Designing modernist homes like the Ward House offers opportunities not available with traditional home design, Ellen says. “Having wonderful diagonal views so that you really see a layer of spaces from one room to the next makes the space seem larger,” she explains. “So you can get away with designing a house that might technically be smaller but gives the impression of being a larger space.”
For Ann and Jami, that detail, coupled with the views from the windows, helps to bring the outside in.“Even when all doors and windows are closed, no matter where you are in the house, you can see the outdoors,” Ann says.
“At one point, it looked like the window could not be flush due to regulations, but BuildSense found a way to make it happen,” Ann says.
Randall was equally enthused with the design and the opportunity to build the family’s home. He and his team tackled some of the trickier aspects of the build with ease, like when the extra-large kitchen window that Ann and Jami had their hearts set on was in danger of falling afoul of regulations.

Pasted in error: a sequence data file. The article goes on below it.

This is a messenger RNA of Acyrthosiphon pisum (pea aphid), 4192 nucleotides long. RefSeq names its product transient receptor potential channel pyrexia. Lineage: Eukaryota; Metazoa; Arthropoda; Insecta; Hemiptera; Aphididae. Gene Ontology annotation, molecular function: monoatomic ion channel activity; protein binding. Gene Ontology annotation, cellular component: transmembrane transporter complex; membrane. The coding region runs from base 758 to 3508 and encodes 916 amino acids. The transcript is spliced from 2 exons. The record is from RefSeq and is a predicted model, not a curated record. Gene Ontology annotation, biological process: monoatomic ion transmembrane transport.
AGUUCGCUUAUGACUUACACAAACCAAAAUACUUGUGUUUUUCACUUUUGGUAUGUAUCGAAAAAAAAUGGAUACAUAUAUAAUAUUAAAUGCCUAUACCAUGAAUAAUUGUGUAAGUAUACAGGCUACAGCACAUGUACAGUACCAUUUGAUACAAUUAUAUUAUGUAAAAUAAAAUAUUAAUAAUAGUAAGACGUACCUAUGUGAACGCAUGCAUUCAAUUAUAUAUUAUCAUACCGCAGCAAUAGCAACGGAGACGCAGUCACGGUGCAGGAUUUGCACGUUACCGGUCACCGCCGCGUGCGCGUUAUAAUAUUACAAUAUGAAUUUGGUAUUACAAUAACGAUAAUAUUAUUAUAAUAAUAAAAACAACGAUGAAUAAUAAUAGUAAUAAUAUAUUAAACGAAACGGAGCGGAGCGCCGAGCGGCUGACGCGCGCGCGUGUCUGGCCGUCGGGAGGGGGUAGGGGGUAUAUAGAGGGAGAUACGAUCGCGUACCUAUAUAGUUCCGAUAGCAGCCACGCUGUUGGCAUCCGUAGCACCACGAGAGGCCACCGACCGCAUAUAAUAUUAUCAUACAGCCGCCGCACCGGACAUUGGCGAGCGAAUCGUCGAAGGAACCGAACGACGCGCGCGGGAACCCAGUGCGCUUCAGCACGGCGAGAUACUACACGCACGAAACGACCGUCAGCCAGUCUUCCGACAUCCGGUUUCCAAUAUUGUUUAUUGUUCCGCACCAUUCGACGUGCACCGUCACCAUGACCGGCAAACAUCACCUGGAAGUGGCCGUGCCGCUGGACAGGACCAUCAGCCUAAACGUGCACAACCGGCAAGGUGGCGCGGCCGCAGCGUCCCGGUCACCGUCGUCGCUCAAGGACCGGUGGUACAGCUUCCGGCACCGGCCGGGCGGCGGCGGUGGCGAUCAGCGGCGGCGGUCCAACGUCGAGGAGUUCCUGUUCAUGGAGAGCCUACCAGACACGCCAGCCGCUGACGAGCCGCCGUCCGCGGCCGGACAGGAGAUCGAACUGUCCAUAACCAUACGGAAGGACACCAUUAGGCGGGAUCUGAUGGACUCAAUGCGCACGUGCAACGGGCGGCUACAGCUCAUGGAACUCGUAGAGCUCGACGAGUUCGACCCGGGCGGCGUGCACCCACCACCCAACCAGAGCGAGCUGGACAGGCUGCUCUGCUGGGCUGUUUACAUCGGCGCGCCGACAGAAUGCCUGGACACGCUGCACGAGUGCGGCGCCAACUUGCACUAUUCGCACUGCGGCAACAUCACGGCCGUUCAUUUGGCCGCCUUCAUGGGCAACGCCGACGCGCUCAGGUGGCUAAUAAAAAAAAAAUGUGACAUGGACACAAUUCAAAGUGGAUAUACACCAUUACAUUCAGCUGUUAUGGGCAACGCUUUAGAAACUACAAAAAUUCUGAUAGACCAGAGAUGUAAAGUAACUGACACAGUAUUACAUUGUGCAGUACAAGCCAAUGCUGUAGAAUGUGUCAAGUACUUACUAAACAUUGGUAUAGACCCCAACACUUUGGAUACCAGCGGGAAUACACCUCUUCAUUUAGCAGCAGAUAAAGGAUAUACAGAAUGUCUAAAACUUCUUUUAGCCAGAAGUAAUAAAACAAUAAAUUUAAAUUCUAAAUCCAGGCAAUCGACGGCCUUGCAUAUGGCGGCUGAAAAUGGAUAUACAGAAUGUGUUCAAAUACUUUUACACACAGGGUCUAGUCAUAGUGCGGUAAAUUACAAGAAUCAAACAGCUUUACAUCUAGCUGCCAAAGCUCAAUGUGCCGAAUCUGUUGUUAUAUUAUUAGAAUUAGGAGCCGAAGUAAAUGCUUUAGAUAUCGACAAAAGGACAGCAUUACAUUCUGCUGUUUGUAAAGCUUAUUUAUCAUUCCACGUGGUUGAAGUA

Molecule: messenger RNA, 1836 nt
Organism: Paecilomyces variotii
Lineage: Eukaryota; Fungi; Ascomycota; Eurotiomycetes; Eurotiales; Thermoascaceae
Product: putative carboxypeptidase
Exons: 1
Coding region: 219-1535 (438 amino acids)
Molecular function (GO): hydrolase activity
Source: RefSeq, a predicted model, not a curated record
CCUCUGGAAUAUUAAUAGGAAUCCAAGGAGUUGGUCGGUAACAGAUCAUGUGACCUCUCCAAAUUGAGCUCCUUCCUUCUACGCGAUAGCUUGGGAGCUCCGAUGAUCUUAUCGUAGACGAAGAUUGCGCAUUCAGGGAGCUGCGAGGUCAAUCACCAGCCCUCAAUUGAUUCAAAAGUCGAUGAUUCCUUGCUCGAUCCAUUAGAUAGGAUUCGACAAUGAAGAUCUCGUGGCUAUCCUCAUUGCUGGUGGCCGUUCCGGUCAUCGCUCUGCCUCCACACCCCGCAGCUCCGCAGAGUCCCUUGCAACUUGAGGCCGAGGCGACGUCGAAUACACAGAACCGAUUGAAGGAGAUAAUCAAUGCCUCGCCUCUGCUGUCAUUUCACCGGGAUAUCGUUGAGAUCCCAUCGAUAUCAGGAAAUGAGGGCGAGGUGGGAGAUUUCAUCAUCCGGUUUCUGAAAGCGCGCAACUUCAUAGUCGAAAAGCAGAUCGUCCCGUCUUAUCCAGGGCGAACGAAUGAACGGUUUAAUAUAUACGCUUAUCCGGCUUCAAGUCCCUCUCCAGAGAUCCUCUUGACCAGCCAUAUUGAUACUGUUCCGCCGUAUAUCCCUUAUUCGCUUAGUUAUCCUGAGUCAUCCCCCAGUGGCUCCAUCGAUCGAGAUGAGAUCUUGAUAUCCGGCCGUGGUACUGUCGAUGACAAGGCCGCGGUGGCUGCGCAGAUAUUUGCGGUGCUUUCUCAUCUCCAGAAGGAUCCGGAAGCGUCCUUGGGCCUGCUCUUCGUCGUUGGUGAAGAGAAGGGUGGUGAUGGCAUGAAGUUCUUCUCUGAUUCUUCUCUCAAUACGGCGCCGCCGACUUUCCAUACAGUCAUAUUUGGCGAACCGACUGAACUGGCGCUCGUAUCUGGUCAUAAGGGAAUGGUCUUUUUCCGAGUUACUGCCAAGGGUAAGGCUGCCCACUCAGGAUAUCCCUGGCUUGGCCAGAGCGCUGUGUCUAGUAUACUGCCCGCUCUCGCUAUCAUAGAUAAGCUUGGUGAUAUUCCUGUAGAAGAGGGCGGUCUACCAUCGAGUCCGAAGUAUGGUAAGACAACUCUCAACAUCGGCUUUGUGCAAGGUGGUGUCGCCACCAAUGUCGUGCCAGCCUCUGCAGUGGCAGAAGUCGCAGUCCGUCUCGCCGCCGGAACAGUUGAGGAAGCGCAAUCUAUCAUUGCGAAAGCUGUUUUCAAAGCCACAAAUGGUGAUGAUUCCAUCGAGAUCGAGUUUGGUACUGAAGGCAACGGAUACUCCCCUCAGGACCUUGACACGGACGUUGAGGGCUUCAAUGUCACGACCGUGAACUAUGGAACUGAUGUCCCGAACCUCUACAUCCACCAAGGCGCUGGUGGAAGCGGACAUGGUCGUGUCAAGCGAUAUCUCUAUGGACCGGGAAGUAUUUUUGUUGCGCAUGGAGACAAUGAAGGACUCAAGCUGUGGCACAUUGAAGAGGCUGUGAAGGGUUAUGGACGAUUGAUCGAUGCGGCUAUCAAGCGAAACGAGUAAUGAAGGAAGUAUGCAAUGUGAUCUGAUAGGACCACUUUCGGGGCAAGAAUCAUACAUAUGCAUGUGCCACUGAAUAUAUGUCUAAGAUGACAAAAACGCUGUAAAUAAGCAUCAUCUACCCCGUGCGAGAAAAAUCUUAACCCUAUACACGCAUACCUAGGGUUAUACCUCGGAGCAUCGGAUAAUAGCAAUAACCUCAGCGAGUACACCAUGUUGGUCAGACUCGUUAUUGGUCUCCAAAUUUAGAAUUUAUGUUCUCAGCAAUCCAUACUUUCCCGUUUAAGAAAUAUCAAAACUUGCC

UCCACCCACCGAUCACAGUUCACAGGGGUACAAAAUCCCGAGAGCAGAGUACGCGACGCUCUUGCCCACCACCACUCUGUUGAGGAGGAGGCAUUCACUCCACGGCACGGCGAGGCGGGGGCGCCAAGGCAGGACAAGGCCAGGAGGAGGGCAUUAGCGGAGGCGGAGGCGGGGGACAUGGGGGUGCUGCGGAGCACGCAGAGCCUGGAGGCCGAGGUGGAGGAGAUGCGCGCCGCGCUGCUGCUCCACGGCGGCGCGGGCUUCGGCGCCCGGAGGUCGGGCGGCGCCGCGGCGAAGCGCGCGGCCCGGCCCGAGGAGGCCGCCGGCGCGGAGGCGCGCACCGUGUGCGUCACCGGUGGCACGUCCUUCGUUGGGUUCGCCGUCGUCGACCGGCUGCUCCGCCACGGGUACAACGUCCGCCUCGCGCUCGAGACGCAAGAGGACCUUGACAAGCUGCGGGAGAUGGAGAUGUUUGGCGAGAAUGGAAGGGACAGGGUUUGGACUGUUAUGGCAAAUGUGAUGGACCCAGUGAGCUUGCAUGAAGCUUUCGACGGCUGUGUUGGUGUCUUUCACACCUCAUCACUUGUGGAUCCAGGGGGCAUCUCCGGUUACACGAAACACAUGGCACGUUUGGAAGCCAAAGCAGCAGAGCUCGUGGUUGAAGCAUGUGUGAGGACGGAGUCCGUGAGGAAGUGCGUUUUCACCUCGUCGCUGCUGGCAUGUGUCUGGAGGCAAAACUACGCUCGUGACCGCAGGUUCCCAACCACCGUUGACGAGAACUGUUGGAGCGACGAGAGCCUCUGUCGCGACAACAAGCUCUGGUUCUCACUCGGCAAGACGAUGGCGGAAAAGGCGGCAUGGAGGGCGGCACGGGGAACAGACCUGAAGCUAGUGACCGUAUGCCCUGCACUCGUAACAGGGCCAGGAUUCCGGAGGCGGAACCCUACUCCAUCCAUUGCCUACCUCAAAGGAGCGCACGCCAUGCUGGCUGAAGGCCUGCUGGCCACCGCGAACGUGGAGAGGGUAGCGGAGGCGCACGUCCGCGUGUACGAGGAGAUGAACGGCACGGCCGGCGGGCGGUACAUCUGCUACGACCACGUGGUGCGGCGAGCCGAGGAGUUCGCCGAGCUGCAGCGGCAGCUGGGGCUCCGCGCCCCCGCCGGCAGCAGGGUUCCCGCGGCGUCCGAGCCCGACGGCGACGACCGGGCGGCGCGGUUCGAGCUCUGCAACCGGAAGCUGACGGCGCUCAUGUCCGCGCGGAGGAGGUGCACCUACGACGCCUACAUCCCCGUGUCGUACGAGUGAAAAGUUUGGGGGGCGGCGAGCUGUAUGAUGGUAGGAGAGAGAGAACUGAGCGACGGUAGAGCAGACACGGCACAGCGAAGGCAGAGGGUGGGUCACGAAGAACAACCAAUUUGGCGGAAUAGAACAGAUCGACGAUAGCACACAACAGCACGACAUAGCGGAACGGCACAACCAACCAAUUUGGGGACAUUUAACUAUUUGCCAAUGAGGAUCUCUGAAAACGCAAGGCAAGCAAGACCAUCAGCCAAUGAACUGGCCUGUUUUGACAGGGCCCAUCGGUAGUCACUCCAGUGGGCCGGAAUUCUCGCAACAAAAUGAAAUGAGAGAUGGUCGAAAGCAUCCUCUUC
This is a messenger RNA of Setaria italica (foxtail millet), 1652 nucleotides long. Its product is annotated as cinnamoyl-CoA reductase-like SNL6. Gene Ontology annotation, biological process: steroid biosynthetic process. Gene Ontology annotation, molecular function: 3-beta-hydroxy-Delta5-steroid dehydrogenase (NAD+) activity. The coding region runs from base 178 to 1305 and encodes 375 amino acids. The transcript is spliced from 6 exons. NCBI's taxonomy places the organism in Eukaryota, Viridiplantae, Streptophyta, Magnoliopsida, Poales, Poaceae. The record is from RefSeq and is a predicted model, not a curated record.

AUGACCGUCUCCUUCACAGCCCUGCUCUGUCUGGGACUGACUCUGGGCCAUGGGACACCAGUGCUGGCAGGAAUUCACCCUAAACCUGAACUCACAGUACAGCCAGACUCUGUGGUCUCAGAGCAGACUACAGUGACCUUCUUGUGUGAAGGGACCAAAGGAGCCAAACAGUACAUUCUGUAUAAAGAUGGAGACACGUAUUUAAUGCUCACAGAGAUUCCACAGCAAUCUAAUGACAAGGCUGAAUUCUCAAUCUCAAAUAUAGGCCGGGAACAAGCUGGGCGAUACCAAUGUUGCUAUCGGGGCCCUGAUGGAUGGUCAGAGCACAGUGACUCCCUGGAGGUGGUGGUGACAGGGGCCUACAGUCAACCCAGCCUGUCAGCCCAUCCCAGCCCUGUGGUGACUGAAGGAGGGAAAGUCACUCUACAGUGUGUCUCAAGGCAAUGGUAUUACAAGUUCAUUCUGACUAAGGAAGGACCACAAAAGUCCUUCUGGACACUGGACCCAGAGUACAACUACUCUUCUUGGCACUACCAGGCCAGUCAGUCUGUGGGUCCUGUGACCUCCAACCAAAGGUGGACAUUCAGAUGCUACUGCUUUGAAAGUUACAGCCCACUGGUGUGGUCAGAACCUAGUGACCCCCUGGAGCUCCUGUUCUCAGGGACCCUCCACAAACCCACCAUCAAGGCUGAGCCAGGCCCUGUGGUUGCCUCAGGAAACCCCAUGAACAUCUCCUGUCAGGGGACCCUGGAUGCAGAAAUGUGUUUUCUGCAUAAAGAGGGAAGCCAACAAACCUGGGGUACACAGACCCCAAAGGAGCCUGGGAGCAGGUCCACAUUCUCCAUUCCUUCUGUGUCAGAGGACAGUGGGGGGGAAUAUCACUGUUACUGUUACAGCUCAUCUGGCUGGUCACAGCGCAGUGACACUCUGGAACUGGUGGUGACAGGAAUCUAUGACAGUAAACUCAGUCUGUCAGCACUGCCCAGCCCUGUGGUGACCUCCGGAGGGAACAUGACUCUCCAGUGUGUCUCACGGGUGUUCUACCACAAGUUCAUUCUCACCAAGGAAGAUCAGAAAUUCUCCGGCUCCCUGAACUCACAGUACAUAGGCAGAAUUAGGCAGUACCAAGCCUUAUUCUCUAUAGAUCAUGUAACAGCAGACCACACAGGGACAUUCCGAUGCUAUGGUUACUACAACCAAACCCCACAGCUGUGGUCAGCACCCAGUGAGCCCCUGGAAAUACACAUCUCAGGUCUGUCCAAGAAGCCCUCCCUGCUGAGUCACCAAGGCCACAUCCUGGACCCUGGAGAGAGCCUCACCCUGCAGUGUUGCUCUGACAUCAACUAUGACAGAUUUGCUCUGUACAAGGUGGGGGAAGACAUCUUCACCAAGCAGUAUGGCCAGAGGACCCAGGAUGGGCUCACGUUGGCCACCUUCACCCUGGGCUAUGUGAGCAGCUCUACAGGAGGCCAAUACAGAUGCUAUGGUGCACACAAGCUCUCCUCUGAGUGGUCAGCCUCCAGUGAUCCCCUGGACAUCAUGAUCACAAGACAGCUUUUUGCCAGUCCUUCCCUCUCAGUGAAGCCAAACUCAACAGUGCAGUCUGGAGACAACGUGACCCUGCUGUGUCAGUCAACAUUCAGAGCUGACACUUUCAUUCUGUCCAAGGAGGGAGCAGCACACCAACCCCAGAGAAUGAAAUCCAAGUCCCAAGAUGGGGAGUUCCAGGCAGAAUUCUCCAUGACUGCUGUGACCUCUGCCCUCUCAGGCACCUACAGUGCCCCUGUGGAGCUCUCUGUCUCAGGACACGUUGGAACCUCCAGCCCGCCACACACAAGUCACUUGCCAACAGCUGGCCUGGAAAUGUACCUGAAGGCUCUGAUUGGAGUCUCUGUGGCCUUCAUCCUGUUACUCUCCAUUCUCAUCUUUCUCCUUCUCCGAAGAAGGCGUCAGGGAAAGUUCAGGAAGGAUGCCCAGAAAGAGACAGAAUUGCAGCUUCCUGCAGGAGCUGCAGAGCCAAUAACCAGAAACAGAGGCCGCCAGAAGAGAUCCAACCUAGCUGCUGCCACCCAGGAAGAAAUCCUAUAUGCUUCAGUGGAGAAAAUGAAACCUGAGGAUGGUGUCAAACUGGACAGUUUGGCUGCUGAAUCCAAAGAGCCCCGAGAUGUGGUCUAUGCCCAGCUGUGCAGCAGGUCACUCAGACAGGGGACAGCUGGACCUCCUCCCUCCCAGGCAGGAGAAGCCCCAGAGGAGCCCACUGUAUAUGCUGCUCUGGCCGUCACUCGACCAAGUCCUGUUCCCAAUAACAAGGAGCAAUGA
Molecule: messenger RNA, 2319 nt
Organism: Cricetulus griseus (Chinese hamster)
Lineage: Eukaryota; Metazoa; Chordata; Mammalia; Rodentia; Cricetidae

“The bones of a modern home are required to be executed to a higher standard to assure the finished product shines,” Randall says. “In essence, ‘simple and clean’ is generally more difficult and costly to execute.
“The highs are always the joy of seeing the home come together,” he adds.
Falling for Modernism
Although this spring’s Modapalooza is sold out, there is a September tour in the works. The lineup isn’t yet finalized, but George says that the homes on each tour “are all usually brand-new builds by some of the Triangle’s most notable architects and designers.”
It’s an incredible opportunity to see some of the Triangle’s visionary modernist home designs up close, perfect for both fans of the architectural style and those looking to gather ideas for their own home builds.